“Consumption is the sole end and purpose of all produc­tion.” Further Benham has said—”To satisfy all the necessaries of human life the efforts to produce all types of goods in an attempt of economic activities.” Prof. T. H. Pension has also accepted this fact that “Consumption is the beginning and end of economic activities of human being.” To satisfy the necessaries of life production of wealth is very essential.

2. Consumption is the index of welfare and development of the nation:

Economists accept this fact that consumption is the index of welfare and development of the country. The developed nations are economically sound and their standards of living are above average.


3. Consumption creates the opportunity of employment and affects economic development:

In a country if there is more of consumption of any article, the production of that article will increase and increase in production will give employment to people. Increase in production means, increase in income and employment opportunities. This helps in developing the economy of the country.

4. Consumption is the base of production:

The assessment of a country’s develop­ment can be made by seeing the standard of living of the people of that country. The comparative study between the economy of two countries can be studied by seeing the consumption and production capacity of the people of that country.

5. Exchange activities also depend upon consumption:

More exchange activities of a country is entirely depended upon the consumption capacity of the people of that country. If there is no consumption of any article then the production and exchange of that article will not take place.

6. Consumption is the motivating force of distribution:

This has been accepted by economists that consumption works as motivating force of distribution. People want income because they have to go for consumption. If the various factors of production will not get proper remuneration, they will not be able to satisfy their necessary desire and ultimately they will have to close down the production.

Practical Importance of Consumption:

Consumption has not only theoretical importance but it has got practical importance also.

As its practical importance following class of people derive much importance:

1. Advantages to Heads of Families:

Its study is more useful and helpful to the people in preparing the Family Budget. The income of the head of the family is limited but the wants and desires are unlimited. The Engel’s Law of Consumption study helps a lot to the heads of the families as how to meet the various needs and desires with limited resources. Here the applicability of law of Equimarginal Utility helps a lot.

2. Advantages to Producers:

For producer study of consumption has special impor­tance. Demand forecasting is basis of consumption study. If the demand forecasting will be incorrect producer may have to suffer a lot.

3. Advantages to Businessmen:

The study of consumption helps businessmen in earning more profit. Businessmen study the taste, likings, fashion of consumers and produce goods accordingly. They keep themselves away from over-production.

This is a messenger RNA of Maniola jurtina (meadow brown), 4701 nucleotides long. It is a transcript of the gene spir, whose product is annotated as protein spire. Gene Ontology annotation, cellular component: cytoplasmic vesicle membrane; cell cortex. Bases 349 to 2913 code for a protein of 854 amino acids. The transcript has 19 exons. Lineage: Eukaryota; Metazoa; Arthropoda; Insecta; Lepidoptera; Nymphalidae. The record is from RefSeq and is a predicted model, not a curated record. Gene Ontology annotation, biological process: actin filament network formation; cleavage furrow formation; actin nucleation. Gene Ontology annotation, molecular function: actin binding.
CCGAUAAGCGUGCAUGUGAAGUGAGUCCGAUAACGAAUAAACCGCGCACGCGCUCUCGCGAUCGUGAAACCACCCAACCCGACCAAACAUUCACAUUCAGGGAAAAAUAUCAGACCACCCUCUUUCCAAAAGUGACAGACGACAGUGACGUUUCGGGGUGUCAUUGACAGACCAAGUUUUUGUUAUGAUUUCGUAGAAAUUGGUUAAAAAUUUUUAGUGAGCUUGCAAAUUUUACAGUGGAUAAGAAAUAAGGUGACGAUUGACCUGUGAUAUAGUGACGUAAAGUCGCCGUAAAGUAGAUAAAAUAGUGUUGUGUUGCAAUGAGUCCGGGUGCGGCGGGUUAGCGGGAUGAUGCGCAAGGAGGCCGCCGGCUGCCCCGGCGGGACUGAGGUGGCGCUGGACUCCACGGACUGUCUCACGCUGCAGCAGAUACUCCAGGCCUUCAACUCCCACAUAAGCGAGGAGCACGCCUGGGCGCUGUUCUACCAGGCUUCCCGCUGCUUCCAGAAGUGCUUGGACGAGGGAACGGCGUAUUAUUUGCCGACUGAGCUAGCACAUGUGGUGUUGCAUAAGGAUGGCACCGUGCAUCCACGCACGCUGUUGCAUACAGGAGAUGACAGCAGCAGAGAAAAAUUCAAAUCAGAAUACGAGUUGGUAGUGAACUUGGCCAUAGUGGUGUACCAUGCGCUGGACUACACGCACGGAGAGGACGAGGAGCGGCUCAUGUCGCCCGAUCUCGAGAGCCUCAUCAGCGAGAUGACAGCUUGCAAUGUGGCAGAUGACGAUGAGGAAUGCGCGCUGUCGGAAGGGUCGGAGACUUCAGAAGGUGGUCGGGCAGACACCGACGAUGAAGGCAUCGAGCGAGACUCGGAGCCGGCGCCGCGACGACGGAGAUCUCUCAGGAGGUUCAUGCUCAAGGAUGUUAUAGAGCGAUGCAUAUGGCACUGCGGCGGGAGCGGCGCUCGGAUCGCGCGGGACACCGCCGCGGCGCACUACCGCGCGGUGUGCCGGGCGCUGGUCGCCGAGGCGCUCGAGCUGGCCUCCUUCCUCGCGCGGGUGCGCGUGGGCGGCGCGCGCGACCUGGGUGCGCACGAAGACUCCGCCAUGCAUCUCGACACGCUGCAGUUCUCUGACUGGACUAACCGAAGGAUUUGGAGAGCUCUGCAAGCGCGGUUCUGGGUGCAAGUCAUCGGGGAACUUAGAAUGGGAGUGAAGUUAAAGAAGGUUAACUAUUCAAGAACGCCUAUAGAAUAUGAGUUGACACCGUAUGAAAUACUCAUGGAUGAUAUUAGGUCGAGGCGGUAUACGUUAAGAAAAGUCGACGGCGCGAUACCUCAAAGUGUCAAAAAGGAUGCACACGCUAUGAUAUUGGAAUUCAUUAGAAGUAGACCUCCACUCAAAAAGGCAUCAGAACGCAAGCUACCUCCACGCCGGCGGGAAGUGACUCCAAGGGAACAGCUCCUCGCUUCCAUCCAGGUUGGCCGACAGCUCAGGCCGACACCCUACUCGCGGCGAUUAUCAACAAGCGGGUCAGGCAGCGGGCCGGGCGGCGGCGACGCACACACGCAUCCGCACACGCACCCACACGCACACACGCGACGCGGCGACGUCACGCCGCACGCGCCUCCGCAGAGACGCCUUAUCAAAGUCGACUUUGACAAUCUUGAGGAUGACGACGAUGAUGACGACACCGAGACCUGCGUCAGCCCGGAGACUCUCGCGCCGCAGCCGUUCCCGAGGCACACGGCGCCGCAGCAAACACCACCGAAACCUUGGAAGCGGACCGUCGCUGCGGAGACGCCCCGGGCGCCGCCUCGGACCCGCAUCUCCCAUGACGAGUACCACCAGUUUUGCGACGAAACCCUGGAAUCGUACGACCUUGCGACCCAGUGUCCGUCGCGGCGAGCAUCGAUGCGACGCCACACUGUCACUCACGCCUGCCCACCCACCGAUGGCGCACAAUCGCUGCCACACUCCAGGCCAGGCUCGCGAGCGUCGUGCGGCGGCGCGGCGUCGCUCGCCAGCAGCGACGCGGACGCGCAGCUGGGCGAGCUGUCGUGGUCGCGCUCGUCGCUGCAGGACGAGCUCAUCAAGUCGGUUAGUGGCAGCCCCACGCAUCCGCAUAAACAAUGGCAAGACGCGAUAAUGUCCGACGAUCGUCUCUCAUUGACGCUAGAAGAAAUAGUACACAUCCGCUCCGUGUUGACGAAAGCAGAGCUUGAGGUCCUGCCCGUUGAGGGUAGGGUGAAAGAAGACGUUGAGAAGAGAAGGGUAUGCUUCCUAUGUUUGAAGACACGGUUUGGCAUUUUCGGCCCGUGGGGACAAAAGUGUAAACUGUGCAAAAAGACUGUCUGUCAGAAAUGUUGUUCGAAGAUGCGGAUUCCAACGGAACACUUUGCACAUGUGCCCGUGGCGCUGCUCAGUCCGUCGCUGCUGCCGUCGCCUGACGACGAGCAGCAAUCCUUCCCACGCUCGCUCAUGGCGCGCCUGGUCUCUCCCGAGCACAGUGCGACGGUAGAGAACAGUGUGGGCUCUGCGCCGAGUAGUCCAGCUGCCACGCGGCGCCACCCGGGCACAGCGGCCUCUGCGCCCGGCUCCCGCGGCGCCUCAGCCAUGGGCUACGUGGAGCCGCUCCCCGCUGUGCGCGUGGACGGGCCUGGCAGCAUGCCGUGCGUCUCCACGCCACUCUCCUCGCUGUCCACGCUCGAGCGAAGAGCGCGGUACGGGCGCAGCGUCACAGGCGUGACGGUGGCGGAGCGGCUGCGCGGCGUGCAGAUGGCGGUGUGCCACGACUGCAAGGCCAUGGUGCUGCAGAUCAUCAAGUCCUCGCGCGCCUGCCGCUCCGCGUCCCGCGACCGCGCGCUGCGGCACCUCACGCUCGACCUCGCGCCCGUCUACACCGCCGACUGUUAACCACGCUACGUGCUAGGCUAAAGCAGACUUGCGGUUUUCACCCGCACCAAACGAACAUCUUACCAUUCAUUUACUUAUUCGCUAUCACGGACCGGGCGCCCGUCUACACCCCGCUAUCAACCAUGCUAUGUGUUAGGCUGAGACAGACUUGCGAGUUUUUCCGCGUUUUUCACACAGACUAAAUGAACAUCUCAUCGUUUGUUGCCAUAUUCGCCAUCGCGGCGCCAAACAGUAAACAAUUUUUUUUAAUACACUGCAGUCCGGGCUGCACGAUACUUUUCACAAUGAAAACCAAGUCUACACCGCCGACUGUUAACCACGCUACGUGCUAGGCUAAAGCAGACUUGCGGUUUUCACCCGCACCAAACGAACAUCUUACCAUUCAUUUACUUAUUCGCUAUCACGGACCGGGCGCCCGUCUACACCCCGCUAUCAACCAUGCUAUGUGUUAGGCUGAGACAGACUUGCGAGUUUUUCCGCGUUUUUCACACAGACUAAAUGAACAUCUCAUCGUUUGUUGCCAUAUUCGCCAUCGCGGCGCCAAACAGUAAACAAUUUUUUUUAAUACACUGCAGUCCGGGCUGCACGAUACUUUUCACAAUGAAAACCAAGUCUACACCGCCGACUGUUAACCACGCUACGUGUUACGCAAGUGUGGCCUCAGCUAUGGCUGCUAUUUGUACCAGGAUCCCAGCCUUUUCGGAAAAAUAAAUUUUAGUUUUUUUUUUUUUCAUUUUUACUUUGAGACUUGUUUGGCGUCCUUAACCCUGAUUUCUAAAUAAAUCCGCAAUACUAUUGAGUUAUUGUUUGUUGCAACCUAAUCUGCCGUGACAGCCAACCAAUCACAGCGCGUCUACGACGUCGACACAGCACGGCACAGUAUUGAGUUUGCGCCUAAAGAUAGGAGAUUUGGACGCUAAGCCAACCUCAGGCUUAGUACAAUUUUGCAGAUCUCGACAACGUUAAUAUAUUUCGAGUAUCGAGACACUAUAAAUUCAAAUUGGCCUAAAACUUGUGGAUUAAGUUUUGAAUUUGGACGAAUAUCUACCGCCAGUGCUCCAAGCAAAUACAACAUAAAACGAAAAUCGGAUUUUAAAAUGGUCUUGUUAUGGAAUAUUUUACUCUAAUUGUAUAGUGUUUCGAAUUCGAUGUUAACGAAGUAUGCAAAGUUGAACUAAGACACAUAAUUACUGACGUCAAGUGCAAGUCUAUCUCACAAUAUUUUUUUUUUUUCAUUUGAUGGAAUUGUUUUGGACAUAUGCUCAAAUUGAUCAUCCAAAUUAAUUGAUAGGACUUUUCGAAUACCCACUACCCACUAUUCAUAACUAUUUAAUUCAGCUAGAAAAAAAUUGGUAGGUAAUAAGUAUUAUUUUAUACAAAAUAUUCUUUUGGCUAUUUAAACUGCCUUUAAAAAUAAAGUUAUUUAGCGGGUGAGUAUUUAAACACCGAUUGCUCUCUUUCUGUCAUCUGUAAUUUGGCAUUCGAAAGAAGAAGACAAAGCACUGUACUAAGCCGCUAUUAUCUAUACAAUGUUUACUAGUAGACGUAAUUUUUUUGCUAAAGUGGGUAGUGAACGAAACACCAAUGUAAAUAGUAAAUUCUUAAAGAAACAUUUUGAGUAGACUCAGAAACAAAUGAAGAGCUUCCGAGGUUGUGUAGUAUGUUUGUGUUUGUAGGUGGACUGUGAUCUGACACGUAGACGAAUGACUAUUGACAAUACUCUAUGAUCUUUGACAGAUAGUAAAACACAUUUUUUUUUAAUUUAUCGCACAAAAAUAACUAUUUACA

4. Advantages to Monopolists:

The main aim of monopolist is to earn more profit and the monopolists create such situation, so that maximum profit can be earned. But the monopolists cannot charge always high price because the fear of consumer-surplus can come up.

5. Advantages to Finance Minister:

In any country the study of consumption helps finance minister in planning the development of the country. This helps in the levy of various taxes over the goods.

6. Advantages to Workers:

The study of consumption helps labourers and workers in making demand of their remuneration for the work. Proper remuneration can be demanded by the workers.

7. Advantages to Government:

By study of consumption government may be able to ascertain the tax-paying capacity of the workers. The economic development of the country can be planned. Heavy taxes can be levied on injurious goods which will help people incoming in the clusters of various types of diseases.

Engel’s Law of Consumption:

Engel’s law of consumption is a famous conclusion of family’s budget drawn by Dr. Ernest Engel’s, a German Economist in the year 1857. This law states that people of low income group spend more money on food materials and less money is left out to meet the other expenses of life. On the other-hand, the people having more income spends comparatively less money on food materials and more money on other items of life.

Therefore, from the study of Engel’s Law of Consumption, following important inferences can be drawn:

(1) As the income of any family increases the percentage of expenditure on necessaries of life decreases and vice-versa.

(2) Whatever may be the income, the percentage of expenditure on house, clothes, fuel and light remains practically the same.

(3) Further, percentage expenditure on luxuries and other cultural and recreational wants increases with an increase in income and decreases when income decreases.

(4) When income of any family increases, the expenditure on the items of education, health, entertainment increases proportionately.

Further, it should be noted carefully that it is increase or decrease in expenditure which is situated under this law and not the total amount of expenditure. A rich man will definitely spends a major share of total sum on food and other necessaries of life but the percentage expenditure on food stuff etc. is less.

This law has become a law of universal applicability and it applies in India also. The percentage of expenditure may slightly vary but these conclusions broadly hold good. It is true that a very large percentage of small incomes goes into the purchase of the bare necessaries of life, where as people having large incomes spend a small percentage of their income on such things. In the case of expenditure on luxuries goods, the case is quite contrary and opposite. Therefore, in the Indian financial context the position of Engel’s Law of Consumption has got very important position.